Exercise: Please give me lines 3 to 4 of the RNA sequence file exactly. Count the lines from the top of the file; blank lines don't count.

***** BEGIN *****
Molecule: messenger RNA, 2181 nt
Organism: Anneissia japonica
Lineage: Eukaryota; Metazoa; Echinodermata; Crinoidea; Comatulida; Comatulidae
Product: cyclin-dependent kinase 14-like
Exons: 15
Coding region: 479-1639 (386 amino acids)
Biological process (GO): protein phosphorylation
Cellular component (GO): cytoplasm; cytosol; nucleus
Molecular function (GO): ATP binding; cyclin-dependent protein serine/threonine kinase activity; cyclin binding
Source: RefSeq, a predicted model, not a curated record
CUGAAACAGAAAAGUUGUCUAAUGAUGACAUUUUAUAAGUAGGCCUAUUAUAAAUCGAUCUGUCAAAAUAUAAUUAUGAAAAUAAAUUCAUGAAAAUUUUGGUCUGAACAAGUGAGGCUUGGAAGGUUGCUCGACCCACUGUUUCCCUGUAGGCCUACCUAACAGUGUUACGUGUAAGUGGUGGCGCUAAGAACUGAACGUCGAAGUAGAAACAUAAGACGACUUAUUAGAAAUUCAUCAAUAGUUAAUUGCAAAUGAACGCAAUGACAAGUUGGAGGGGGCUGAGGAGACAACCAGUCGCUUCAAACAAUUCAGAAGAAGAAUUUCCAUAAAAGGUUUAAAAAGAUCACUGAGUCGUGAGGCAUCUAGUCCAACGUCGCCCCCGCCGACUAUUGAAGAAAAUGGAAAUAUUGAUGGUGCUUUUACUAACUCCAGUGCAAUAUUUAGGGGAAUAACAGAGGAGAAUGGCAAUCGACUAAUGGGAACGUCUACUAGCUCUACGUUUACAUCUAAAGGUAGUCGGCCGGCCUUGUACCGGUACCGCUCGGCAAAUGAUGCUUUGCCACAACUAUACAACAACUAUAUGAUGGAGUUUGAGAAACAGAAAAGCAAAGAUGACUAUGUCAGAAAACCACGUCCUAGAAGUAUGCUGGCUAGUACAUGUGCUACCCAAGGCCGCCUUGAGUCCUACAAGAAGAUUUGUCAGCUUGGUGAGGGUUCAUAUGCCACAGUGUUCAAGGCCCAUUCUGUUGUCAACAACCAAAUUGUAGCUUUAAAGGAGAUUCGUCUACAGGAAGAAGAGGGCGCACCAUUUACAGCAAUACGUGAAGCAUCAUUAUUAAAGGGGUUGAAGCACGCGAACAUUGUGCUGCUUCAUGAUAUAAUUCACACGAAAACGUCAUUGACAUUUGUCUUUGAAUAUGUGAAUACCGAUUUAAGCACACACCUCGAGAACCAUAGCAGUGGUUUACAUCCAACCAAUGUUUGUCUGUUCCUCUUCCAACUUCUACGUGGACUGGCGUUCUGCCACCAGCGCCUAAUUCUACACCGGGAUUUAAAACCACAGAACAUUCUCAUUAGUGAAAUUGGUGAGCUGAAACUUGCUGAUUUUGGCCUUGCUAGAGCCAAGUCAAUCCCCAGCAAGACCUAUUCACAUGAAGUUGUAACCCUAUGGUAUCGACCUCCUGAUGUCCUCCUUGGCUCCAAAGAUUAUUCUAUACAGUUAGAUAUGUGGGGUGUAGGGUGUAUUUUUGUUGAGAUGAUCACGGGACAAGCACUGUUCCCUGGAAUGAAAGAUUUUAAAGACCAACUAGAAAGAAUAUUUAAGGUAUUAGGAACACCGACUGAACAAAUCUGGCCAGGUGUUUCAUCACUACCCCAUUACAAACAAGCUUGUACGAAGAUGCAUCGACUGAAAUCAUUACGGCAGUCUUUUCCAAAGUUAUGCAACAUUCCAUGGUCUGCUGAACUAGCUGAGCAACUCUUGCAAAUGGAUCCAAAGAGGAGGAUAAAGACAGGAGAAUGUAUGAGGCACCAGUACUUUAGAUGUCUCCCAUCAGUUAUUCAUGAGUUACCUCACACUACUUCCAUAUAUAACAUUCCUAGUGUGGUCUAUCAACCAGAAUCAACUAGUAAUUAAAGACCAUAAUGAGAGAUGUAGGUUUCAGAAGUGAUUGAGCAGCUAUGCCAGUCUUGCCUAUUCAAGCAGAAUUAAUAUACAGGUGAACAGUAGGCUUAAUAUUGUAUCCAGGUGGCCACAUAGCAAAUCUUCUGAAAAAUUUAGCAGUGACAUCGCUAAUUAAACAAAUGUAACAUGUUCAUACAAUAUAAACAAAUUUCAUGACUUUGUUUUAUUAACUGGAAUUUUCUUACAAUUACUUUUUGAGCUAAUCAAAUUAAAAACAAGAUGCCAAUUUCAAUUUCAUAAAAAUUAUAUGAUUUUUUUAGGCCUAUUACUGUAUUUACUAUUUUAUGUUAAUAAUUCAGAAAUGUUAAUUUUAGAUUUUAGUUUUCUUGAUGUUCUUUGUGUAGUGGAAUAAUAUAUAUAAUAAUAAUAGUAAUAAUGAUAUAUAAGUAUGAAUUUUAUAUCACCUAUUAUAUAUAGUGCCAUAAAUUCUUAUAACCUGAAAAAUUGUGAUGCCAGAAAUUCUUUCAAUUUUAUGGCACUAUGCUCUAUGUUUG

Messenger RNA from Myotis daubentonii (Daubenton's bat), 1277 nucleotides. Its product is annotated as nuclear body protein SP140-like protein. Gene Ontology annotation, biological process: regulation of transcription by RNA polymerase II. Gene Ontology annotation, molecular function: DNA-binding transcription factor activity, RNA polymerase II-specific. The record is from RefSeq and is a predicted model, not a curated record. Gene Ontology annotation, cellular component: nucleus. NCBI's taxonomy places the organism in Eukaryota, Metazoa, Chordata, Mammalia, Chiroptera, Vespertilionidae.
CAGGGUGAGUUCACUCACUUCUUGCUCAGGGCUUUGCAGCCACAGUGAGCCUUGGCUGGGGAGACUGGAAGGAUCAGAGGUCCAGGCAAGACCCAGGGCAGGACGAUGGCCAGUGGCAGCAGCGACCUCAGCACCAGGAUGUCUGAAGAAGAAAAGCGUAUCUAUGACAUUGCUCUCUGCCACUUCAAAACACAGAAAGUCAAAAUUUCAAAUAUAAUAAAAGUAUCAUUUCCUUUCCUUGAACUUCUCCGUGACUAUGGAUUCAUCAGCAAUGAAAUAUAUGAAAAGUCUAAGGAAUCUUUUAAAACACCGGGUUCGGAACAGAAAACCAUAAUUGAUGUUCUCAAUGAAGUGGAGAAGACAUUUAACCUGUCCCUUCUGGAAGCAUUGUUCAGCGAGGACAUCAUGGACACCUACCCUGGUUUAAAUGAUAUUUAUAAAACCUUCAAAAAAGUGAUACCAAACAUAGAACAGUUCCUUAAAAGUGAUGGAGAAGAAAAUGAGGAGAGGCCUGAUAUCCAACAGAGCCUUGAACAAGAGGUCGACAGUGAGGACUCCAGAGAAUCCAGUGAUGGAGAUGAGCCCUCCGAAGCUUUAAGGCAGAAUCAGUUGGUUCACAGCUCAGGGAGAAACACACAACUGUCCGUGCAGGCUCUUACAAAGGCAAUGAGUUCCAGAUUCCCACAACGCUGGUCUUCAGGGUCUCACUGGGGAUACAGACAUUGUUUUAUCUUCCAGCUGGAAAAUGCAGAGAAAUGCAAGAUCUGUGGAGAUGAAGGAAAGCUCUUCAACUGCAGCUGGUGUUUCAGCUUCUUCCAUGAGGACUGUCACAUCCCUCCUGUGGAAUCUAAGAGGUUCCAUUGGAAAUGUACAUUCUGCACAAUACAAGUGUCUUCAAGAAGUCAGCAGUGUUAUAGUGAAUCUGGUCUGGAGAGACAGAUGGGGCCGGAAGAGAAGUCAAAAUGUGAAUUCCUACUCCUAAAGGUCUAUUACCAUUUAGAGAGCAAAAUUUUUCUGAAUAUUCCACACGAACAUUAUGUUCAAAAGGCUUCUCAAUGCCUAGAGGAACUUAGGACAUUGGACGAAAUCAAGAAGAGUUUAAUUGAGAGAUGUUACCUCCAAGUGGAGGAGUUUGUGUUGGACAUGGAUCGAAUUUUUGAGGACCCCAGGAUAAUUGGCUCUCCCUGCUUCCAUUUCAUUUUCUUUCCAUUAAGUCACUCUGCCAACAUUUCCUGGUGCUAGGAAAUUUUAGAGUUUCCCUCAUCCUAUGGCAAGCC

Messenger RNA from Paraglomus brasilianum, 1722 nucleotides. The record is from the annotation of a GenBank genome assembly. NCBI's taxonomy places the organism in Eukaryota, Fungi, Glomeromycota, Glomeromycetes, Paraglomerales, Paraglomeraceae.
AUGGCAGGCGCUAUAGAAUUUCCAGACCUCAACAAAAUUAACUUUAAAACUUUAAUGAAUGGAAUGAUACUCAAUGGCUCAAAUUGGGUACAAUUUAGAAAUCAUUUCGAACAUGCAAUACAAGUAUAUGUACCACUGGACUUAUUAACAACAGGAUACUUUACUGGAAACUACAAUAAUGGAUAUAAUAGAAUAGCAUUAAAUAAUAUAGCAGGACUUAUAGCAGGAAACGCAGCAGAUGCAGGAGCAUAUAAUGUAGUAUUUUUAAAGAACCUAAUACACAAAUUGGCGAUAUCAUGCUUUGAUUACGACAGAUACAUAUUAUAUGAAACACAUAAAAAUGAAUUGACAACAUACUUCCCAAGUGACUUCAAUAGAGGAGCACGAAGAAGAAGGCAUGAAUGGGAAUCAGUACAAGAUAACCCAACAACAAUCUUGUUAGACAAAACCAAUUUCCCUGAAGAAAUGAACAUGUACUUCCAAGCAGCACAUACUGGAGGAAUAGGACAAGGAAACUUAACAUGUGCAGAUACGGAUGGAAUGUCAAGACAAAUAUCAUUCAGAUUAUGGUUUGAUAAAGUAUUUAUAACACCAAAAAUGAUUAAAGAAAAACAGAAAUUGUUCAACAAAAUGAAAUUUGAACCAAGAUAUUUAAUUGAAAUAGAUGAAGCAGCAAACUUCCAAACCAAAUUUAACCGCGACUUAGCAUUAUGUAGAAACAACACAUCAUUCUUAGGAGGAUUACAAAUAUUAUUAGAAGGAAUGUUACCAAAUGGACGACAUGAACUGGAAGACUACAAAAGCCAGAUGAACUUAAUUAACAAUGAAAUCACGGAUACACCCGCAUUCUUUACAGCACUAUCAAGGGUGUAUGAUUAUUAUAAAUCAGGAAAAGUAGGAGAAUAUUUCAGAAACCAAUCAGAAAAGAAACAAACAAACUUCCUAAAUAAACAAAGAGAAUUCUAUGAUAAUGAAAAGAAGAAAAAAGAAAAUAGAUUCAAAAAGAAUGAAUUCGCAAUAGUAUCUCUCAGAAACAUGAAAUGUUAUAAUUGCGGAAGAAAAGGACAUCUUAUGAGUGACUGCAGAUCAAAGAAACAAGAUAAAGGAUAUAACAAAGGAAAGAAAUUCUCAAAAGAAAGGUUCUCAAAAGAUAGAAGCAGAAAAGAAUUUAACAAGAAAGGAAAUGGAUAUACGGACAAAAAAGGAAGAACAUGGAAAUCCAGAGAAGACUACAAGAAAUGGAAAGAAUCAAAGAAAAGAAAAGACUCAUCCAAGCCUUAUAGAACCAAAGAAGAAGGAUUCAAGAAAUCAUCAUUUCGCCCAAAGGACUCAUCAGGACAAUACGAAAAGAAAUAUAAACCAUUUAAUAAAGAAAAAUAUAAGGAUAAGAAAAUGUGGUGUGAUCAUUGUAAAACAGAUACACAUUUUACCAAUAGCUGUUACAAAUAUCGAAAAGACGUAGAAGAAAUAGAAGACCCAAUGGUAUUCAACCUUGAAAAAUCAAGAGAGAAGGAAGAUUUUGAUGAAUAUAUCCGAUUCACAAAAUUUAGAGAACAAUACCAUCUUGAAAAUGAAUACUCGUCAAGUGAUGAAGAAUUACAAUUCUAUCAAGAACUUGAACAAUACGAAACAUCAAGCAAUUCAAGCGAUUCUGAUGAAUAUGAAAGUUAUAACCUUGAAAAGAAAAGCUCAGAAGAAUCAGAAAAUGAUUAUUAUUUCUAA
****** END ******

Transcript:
Lineage: Eukaryota; Metazoa; Echinodermata; Crinoidea; Comatulida; Comatulidae
Product: cyclin-dependent kinase 14-like